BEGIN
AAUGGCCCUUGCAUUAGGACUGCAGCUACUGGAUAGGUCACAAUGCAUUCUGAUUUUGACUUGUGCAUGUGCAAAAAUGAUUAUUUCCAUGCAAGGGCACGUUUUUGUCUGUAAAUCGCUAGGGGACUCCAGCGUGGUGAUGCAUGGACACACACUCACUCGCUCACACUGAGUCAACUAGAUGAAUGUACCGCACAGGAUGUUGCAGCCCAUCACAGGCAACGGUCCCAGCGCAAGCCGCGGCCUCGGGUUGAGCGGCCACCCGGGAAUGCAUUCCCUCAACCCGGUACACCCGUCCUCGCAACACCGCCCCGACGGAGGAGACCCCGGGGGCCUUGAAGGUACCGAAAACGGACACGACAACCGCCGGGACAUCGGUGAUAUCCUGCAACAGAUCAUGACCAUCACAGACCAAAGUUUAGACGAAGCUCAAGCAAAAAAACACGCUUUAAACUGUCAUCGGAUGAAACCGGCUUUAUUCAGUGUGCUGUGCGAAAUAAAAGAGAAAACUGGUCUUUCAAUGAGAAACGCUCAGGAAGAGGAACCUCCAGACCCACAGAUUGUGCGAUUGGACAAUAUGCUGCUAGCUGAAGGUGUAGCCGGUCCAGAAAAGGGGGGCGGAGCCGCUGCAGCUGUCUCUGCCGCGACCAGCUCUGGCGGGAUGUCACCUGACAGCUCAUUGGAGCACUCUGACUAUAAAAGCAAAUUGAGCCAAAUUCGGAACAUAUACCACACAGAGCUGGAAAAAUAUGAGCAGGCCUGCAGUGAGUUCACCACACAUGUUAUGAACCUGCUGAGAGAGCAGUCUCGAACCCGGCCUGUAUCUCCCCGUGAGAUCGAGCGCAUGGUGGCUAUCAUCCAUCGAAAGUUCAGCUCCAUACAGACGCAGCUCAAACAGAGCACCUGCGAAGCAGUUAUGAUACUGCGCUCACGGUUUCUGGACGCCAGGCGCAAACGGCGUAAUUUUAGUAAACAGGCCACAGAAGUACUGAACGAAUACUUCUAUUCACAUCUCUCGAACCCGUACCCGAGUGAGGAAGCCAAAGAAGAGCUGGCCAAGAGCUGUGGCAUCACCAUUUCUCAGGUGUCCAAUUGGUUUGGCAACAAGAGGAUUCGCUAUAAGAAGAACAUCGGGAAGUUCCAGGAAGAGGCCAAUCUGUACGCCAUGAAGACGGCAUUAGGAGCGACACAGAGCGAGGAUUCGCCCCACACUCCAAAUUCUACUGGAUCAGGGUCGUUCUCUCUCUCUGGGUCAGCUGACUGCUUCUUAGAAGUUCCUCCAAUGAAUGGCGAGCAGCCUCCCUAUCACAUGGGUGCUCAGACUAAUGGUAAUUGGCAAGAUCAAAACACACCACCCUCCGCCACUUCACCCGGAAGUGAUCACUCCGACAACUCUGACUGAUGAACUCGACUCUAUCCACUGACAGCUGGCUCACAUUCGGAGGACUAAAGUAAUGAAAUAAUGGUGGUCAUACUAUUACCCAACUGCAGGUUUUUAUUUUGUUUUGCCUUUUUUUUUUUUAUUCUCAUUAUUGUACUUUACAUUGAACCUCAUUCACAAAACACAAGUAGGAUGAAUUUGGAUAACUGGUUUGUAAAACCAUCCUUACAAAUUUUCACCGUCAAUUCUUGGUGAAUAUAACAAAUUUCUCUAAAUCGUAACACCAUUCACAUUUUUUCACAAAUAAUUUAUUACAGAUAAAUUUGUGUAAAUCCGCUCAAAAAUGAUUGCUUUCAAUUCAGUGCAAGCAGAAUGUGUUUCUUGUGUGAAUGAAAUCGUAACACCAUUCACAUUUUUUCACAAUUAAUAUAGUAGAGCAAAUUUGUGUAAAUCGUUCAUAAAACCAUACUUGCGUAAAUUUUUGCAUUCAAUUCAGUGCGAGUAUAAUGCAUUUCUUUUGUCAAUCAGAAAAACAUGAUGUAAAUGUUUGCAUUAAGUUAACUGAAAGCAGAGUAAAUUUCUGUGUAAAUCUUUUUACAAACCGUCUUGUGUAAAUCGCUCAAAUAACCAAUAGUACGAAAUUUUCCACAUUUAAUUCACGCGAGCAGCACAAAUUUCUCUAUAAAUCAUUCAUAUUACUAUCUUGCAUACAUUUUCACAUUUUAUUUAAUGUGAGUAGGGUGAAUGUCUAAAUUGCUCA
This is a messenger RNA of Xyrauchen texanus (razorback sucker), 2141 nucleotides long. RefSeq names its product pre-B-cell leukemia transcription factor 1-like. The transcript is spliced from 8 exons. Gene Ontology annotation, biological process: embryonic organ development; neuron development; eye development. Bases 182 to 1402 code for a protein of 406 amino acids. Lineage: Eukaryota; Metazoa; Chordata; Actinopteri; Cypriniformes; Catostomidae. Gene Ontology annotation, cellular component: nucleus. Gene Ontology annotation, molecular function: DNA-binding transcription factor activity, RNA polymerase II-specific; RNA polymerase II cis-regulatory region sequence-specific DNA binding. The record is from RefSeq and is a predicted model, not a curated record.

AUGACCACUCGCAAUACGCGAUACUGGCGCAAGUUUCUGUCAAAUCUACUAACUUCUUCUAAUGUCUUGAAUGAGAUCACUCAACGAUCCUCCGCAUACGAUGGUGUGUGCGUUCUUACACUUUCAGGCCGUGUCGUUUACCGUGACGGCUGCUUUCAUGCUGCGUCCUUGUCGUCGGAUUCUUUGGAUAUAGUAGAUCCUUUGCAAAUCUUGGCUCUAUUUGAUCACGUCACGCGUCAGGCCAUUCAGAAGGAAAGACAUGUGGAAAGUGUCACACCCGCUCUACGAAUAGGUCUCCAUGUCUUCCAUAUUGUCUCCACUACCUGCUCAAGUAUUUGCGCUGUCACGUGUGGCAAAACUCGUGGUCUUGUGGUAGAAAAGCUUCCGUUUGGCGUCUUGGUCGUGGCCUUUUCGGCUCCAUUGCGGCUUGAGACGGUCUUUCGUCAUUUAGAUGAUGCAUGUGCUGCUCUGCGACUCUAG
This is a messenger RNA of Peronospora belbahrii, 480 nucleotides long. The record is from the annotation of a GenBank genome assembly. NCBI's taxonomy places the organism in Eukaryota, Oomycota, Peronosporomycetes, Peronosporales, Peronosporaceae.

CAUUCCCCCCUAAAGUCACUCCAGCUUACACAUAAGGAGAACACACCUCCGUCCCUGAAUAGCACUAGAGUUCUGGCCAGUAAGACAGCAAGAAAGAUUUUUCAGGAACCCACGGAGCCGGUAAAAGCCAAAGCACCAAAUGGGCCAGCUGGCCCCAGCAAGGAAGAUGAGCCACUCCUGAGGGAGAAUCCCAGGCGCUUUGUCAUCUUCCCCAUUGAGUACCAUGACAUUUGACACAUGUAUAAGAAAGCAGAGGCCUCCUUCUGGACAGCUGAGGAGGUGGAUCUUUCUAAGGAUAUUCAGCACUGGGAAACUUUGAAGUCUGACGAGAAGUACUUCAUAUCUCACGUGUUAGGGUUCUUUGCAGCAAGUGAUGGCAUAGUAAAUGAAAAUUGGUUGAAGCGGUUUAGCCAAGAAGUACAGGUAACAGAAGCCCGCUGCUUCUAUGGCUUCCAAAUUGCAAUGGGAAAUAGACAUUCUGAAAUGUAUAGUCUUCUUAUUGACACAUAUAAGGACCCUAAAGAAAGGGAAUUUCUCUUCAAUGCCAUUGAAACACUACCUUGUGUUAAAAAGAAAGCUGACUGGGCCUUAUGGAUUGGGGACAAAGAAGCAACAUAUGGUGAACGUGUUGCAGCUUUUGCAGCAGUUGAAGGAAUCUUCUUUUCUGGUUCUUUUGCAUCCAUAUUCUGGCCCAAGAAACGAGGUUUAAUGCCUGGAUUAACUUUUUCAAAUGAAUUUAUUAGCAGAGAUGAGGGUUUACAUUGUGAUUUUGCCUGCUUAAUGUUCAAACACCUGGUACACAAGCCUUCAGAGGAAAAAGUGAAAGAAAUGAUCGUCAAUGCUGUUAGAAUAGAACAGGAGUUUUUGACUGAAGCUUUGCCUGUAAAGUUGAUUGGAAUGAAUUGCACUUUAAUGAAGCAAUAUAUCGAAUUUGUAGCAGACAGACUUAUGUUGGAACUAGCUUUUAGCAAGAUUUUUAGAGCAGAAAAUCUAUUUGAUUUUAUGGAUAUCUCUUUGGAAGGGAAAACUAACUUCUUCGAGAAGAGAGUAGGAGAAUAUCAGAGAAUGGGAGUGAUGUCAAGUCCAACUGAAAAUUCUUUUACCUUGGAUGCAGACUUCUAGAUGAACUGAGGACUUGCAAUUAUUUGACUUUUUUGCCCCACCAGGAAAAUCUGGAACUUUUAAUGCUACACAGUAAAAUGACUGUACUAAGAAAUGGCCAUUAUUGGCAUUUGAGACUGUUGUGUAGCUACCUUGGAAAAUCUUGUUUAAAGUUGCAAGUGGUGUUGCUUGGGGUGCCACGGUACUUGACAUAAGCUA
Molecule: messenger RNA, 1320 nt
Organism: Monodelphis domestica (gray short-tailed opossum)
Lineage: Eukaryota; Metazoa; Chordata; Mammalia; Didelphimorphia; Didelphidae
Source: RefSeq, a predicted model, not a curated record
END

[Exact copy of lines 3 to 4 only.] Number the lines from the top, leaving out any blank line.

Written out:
AUGACCACUCGCAAUACGCGAUACUGGCGCAAGUUUCUGUCAAAUCUACUAACUUCUUCUAAUGUCUUGAAUGAGAUCACUCAACGAUCCUCCGCAUACGAUGGUGUGUGCGUUCUUACACUUUCAGGCCGUGUCGUUUACCGUGACGGCUGCUUUCAUGCUGCGUCCUUGUCGUCGGAUUCUUUGGAUAUAGUAGAUCCUUUGCAAAUCUUGGCUCUAUUUGAUCACGUCACGCGUCAGGCCAUUCAGAAGGAAAGACAUGUGGAAAGUGUCACACCCGCUCUACGAAUAGGUCUCCAUGUCUUCCAUAUUGUCUCCACUACCUGCUCAAGUAUUUGCGCUGUCACGUGUGGCAAAACUCGUGGUCUUGUGGUAGAAAAGCUUCCGUUUGGCGUCUUGGUCGUGGCCUUUUCGGCUCCAUUGCGGCUUGAGACGGUCUUUCGUCAUUUAGAUGAUGCAUGUGCUGCUCUGCGACUCUAG
This is a messenger RNA of Peronospora belbahrii, 480 nucleotides long. The record is from the annotation of a GenBank genome assembly. NCBI's taxonomy places the organism in Eukaryota, Oomycota, Peronosporomycetes, Peronosporales, Peronosporaceae.